By MORDECAI SPECKTOR
A conversation with Les Block, our local music maven, wends through time and space, and touches on a variety of Jewish show business luminaries: George Gershwin, Jerome Kern, Harold Arlen (né Hyman Arluck), Ann Ronell, Vernon Duke (né Vladimir Dukelsky), et al.
A detour in the chat might go to Los Angeles, and a recollection by Block of his old friend Bill Marx, the son of Harpo Marx. Then the subject turns to Herb Jeffries, the “Bronze Buckaroo,” a cowboy singer of mixed ancestry, perhaps African American and Sicilian.
Block has had a career as a bandleader — and as a dentist, teaching at the University of Minnesota — and has produced musical shows highlighting Cole Porter, Duke Ellington and Irving Berlin. And Block also dropped off a CD during a recent visit to the Jewish World offices, an hour-long interview he conducted with the legendary Tony Bennett, who talked about the highly regarded but little known singer David Allyn.
Also, a national audience is familiar with Les Block from mentions of his name on the syndicated radio show Car Talk. The show’s hosts, brothers Tom and Ray Magliozzi — aka “Click and Clack, the Tappet Brothers” — had a question for anybody calling in from Minneapolis: “Do you know Les Block?” (Tom Magliozzi passed away in 2014.)
On April 20, Block and his longtime singing partner, Heidi Ziman, will present “A Musical Tribute to George Gershwin: Featuring Songs of Gershwin and His Friends.” The performance will take place as part of Or Emet’s Friday night service at the Sabes JCC.
Gershwin had a reputation as an overbearing egotist, according to Block. He quoted the question attributed to Oscar Levant, a pianist, composer and author, and a friend of Gershwin: “Tell me, George, if you had it to do all over, would you fall in love with yourself again?”
At the same time, Gershwin was known to help friends in need, and do whatever he could to boost the career of a talented younger composer. For example, Gershwin took in interest in Ann Rosenblatt, “who became a very well-known songwriter, she became the first woman to write scores for movies,” said Block. Rosenblatt became famous as Ann Ronell, a composer and lyricist who wrote “Willow Weep for Me” and “Who’s Afraid of the Big Bad Wolf,” in the early 1930s.
The show for Or Emet will feature “songs from Gershwin and then songs from his friends who he helped,” Block explained, during an interview with the Jewish World.
Block offered another story to illustrate Gershwin’s generous nature.
The famed composer ran into Jimmy McHugh, a fellow songwriter who wrote “I Can’t Give You Anything But Love,” and hundreds of other tunes. It turns out that McHugh lost all of his money in the Great Depression. He told Gershwin that he was about to buy a piano, but now couldn’t afford it.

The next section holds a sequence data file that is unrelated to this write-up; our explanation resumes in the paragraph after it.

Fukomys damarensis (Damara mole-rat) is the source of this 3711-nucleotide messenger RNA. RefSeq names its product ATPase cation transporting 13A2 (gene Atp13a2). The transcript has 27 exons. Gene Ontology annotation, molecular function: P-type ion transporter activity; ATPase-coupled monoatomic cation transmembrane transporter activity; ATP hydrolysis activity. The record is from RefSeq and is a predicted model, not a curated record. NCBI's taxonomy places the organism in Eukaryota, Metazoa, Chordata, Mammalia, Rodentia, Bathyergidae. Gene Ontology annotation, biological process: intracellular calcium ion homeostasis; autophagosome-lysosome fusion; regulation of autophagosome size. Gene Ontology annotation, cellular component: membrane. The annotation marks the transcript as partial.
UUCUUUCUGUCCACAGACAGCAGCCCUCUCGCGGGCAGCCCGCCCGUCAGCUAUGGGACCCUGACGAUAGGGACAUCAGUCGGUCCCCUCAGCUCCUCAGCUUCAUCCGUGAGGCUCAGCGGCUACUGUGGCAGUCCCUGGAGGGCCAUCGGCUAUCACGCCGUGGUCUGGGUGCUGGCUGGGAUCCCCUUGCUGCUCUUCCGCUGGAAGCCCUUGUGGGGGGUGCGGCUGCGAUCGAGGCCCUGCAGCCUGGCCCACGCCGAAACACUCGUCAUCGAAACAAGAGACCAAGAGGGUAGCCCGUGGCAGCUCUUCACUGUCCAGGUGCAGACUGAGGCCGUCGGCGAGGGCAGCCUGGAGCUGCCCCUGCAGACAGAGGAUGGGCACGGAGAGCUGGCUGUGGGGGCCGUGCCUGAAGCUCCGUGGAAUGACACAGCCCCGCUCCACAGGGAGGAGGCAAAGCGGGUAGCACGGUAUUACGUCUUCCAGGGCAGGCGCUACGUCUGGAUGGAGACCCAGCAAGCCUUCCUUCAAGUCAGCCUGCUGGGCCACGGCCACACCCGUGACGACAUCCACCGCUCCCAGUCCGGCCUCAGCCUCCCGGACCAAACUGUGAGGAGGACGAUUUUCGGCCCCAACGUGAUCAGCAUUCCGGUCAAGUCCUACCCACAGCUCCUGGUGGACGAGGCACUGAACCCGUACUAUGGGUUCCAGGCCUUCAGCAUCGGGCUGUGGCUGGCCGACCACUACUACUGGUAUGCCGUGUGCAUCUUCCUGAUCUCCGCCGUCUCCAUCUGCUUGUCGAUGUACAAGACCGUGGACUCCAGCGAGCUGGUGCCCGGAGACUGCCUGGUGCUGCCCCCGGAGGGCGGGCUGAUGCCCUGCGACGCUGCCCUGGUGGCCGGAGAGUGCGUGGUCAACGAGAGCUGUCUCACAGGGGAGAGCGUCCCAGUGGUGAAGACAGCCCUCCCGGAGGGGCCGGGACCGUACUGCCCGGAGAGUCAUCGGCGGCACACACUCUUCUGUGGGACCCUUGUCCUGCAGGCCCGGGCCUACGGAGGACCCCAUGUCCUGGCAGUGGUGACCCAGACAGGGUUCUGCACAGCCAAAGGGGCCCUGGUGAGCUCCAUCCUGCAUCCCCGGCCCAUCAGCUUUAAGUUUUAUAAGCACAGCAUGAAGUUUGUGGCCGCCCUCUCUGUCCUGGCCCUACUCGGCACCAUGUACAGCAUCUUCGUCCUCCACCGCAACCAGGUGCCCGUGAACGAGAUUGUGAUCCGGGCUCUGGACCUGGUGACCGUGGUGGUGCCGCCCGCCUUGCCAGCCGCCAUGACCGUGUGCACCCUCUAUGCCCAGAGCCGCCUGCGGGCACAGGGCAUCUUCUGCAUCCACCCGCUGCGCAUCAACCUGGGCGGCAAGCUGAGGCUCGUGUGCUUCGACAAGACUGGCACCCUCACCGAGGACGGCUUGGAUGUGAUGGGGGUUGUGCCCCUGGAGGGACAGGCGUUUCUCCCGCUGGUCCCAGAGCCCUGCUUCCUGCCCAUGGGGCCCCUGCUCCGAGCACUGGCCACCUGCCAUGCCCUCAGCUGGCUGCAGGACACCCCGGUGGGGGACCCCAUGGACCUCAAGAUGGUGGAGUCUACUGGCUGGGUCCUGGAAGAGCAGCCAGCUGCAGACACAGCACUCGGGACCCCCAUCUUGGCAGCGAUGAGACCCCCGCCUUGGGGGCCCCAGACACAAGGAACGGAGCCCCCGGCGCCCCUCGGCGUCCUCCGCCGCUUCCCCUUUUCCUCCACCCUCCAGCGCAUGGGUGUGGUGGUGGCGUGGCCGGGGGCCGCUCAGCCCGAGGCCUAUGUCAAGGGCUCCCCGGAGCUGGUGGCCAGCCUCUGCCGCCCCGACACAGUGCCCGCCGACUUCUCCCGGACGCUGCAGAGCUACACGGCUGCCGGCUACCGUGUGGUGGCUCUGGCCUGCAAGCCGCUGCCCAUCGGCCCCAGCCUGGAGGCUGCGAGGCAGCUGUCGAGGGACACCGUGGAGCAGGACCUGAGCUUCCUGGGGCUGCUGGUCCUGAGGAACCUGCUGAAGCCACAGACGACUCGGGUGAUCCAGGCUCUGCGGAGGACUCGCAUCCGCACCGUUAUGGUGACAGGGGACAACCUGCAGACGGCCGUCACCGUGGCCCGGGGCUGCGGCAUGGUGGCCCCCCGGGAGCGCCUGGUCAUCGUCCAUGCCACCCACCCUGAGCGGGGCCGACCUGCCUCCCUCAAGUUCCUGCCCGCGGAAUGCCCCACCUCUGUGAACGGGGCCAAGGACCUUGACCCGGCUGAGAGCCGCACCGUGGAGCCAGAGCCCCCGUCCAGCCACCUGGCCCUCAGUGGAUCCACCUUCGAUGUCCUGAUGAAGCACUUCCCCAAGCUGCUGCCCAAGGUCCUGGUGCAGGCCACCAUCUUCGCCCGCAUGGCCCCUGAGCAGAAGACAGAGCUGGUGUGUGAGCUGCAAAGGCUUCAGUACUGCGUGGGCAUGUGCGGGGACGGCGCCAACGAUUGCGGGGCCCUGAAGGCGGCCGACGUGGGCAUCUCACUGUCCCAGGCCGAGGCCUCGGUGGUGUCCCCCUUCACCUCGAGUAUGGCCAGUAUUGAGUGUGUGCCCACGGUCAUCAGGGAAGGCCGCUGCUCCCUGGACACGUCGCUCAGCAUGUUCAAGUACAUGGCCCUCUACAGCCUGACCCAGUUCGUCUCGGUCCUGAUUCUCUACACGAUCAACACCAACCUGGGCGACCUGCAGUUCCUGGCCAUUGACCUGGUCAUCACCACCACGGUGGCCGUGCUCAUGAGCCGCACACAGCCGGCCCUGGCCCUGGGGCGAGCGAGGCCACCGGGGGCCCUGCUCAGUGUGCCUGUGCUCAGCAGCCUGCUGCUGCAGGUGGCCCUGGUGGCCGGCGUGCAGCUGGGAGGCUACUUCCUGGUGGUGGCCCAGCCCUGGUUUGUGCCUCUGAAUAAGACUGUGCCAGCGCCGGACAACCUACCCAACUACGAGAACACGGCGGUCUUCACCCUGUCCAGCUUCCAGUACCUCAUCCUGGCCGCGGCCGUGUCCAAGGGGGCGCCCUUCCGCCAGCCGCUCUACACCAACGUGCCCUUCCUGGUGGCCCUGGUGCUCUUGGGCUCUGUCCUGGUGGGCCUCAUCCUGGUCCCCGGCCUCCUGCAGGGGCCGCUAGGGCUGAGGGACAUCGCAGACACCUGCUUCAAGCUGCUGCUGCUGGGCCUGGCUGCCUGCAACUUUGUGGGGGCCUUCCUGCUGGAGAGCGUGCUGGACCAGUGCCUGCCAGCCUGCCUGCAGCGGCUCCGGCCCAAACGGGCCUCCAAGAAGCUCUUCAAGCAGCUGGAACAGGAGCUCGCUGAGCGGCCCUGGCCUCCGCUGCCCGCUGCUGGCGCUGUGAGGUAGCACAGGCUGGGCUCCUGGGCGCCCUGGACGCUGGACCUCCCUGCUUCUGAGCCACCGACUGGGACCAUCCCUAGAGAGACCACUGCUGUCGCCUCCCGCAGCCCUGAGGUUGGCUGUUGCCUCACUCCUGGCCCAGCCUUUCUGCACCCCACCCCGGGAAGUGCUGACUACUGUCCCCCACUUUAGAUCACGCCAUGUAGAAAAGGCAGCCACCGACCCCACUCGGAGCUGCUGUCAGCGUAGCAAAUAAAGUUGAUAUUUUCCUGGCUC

“The next day there’s a piano delivered to Jimmy McHugh’s house, compliments of George Gershwin,” Block said. “I start reading this kind of stuff, and I said, ‘There’s a different guy than I ever thought about or ever read about.’ This was a nice guy in a way, but he was a little full of himself.”
Block hit upon the idea of a show featuring Gershwin songs, along with songs by his friends, such as Arlen, McHugh, Ronell and Duke. The latter wrote “April in Paris” and “I Can’t Get Started,” which are both part of the Great American Songbook. And Gershwin suggested that the Jewish native from Minsk change his name from Vladimir Dukelsky to Vernon Duke, and helped nurture his brilliant career.
A native New Yorker, Block told the Jewish World’s Erin Elliott Bryan, in 2011, that he grew up on Cherry Street, in a Jewish and Italian neighborhood on the Lower East Side — the same street on which Irving Berlin lived. At the age of five, Block began exploring the piano and started taking lessons.
He attended what was then the High School of Music and Art in New York (now part of LaGuardia School of the Arts), from 1948-1952. In junior high school, he was playing swing and jazz music. When he was in college, he learned about how Jews predominated in the world of popular music.
“We had this teacher, who was not Jewish but he loved American popular songs, and he said something like ‘If it weren’t for the Jewish songwriters, we wouldn’t have the kinds of songs we have, because the vast majority of those people were, or are, Jewish.’”
Block also mentioned that Gershwin had attained a rare global popularity, and people mourned his untimely death as if a personal friend had died.
“There’s never been another composer… as beloved by the public who knew nothing about him. They just know the name — everybody knows Gershwin.”
Les Block and Heidi Ziman will perform their show about George Gershwin and his friends for Or Emet’s Shabbat service 7:30 p.m. Friday, April 20 at the Sabes JCC, 4330 S. Cedar Lake Rd., St. Louis Park. A short Humanistic Jewish Shabbat service will precede the program, which is free and open to the public. An Oneg Shabbat reception will follow. Donations are welcome.
(American Jewish World, 4.6.18)